Confidentiality of Individually Identifiable Health Information. H. Enforcement


We recommend that any patient whose rights have been violated knowingly or negligently be permitted to bring an action, in a U.S. District Court or any court of competent jurisdiction for actual damages and for equitable relief. We recommend that actual damages encompass nonpecuniary losses such as physical and mental injury as well as pecuniary losses. We recommend that in the case of knowing violation, attorneys' fees and punitive damages should be available.

We recommend that common law liability be eliminated for any disclosure that is permitted by the legislation we recommend and is not otherwise prohibited by State or Federal statute.

We recommend that members of institutional review boards and their parent entities not be liable for a good faith determination of the propriety of a dis closure for research under the provisions allowing for such disclosure.

We recommend that there be no liability for a disclosure based on good faith reliance on a certification by a government authority or other person that a requested disclosure is in accord with the law.

The ability to seek redress for violations is an important element of confidentiality protection. There have been, and will continue to be, improper disclosures of health information, through negligence or deliberate choice. The victims of such disclosures should be able to seek civil redress.

The Privacy Working Group of the President's Information Infrastructure Task Force identified this as a basic principle in its Principles for Providing and Using Personal Information:

III.C. Redress Principle
Individuals should, as appropriate, have a means of redress if harmed by an improper disclosure or use of personal information.

The President's statement on the Global Information Infrastructure, A Framework for Global Electronic Commerce (June 1997) reiterates this point:

Under these principles, consumers are entitled to redress if they are harmed by improper use or disclosure of personal information or if decisions are based on inaccurate, outdated, incomplete, or irrelevant personal information.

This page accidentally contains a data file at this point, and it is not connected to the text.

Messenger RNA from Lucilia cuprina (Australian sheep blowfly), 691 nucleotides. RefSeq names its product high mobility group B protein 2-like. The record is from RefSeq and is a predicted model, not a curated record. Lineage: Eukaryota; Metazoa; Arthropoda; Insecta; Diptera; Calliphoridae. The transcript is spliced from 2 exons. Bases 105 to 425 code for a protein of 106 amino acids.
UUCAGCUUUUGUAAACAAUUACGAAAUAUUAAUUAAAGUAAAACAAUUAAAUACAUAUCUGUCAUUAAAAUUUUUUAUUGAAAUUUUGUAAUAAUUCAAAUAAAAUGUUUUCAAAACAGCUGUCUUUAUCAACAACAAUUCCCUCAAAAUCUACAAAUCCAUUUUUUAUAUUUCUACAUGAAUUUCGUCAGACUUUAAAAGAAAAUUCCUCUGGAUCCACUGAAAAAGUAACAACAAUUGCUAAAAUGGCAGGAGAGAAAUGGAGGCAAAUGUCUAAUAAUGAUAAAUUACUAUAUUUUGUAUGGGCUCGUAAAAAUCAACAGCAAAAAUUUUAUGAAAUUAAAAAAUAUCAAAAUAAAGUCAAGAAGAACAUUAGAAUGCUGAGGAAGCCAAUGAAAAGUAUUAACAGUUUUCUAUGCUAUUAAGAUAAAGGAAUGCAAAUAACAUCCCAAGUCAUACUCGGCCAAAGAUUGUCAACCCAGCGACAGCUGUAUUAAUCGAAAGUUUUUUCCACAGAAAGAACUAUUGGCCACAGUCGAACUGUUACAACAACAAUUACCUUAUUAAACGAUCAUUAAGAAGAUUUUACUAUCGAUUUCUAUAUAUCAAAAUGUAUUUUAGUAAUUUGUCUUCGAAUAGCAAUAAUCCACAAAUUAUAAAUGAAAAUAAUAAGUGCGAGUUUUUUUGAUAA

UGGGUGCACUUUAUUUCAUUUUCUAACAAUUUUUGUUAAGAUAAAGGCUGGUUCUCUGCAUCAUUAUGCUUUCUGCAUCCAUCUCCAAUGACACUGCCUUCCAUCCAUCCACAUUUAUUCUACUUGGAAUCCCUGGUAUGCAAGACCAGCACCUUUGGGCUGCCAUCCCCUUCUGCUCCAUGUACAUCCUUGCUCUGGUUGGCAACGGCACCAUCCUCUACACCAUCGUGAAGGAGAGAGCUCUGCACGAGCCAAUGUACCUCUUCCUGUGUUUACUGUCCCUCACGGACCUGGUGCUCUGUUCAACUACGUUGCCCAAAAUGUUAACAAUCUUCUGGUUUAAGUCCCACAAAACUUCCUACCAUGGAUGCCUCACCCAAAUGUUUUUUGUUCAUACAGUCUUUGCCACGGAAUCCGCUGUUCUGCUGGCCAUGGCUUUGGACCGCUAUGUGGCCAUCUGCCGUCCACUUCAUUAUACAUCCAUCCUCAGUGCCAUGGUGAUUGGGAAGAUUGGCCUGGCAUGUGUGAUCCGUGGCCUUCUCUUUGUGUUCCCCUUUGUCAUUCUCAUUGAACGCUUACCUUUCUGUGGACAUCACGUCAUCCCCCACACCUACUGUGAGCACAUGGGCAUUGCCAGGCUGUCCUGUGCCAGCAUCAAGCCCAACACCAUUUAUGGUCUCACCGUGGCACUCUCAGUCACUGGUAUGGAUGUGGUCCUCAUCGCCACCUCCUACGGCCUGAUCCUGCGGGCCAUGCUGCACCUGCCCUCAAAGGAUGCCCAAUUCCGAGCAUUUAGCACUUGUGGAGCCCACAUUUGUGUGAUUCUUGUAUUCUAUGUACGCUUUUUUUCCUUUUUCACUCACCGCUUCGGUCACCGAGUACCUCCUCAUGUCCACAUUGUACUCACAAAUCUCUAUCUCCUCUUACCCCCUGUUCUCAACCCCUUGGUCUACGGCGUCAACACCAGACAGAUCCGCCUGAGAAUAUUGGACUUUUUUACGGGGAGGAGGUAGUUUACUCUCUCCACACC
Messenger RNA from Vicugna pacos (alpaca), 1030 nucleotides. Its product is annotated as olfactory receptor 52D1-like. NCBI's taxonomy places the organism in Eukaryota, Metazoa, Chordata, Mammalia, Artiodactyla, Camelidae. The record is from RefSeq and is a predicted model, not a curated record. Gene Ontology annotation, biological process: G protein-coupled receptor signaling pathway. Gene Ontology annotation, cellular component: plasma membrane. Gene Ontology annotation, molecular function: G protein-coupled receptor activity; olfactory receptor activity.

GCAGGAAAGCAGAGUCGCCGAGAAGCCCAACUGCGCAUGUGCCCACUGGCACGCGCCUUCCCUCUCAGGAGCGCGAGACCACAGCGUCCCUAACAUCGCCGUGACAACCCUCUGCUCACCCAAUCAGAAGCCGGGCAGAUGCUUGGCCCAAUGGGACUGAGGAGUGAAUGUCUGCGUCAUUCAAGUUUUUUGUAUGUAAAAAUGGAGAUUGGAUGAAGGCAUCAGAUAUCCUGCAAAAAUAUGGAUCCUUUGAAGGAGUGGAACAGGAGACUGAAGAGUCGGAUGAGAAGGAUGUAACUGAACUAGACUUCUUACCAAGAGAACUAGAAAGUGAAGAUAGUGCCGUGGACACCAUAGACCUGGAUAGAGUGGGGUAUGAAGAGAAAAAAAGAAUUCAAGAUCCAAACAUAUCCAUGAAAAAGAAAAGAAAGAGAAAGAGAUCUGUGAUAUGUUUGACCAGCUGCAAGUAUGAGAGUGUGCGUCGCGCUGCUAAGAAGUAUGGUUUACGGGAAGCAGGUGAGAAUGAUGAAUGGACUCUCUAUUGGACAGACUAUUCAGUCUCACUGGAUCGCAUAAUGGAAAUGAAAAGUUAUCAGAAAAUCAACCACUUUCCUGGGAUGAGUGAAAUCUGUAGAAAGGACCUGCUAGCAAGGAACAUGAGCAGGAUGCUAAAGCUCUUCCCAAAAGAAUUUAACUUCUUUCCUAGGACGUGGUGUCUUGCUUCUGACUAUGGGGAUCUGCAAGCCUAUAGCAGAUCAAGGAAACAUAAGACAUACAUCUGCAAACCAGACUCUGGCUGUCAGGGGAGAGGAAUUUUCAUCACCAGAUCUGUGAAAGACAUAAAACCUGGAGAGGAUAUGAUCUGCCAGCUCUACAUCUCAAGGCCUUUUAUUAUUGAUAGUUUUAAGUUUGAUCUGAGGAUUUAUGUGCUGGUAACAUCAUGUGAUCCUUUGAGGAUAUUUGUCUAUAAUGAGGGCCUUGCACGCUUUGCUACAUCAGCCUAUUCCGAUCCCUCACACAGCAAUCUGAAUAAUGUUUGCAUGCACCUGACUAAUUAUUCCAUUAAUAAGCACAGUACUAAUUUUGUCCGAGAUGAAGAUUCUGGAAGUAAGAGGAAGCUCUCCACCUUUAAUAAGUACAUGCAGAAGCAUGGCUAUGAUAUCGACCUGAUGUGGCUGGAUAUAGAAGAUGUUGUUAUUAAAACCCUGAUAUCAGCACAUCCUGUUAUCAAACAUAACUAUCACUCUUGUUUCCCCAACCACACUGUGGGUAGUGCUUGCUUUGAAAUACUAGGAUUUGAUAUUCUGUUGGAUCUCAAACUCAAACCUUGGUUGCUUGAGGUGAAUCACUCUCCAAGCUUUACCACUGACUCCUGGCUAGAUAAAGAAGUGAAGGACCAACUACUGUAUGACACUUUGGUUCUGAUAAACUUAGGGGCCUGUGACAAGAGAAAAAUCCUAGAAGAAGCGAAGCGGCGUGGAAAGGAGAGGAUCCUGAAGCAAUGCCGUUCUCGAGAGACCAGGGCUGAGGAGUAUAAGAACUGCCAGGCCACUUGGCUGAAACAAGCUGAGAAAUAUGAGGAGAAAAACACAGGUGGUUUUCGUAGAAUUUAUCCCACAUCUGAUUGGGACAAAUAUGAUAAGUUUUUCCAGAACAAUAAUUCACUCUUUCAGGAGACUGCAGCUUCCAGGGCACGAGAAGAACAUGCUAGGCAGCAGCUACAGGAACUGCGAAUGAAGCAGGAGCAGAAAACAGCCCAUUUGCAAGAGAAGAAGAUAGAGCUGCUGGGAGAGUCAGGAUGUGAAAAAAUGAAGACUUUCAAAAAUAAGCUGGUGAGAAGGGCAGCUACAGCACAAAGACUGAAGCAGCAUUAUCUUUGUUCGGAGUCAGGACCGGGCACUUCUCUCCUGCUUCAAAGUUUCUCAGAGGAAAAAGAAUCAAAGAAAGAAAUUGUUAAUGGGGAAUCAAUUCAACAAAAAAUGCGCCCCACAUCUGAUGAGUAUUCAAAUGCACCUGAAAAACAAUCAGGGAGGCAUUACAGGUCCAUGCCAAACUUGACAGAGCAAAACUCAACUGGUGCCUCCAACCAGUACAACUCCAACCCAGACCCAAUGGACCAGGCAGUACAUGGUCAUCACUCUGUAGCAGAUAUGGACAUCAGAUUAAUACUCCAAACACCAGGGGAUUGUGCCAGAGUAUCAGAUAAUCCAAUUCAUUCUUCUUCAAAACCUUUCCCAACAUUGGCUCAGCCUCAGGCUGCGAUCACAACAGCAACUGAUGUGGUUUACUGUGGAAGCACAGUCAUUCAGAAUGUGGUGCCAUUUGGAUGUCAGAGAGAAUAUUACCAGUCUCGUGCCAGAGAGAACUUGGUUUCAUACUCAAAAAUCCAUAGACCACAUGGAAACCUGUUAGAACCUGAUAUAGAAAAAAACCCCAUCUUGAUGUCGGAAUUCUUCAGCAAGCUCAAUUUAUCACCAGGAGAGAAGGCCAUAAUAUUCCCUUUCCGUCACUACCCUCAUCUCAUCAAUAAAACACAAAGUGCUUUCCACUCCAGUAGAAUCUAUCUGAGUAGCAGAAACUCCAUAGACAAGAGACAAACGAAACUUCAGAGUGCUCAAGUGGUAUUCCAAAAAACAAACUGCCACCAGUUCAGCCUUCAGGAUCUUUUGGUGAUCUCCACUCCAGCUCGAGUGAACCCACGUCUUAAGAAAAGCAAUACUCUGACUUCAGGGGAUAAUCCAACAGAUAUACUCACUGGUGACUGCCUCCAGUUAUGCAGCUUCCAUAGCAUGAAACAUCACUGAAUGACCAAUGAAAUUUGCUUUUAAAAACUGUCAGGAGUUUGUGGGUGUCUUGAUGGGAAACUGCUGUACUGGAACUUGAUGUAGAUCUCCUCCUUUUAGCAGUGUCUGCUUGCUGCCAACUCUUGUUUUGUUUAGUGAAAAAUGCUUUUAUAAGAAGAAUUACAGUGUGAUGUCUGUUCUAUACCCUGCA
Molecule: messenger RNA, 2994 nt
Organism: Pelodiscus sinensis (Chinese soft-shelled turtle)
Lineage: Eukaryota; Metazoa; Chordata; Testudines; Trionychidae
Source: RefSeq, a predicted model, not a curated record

Other statutes establishing confidentiality obligations provide a cause of action, such as the Fair Credit Reporting Act, which permits suits in the U.S. District Courts, or in any other court of competent jurisdiction, to enforce liabilities under that act (15 U.S.C. §§ 617-618). Cable television operators are forbidden to disclose subscriber information except under defined circumstances, and violations give rise to civil liability, with a cause of action in the U.S. District Court (47 U.S.C. § 551(f)). The wrongful disclosure of video tape rentals or sales information gives rise to a similar cause of action (18 U.S.C. § 2710(c)). New restrictions on disclosure of State motor vehicle information were imposed by the Violent Crime Control and Law Enforcement Act of 1994, and individuals have a cause of action in the U.S. District Court against persons who obtain or disclose information in violation of the restrictions (Pub. L. No. 103-322, § 300002, 108 Stat. 1796, 2101, 18 U.S.C. § 2724).

We recommend that the legislation take a balanced approach that compensates, in the case of negligence, only for actual losses, although not only monetary losses. In the case of a knowing violation, punitive damages and attorneys' fees should also be available.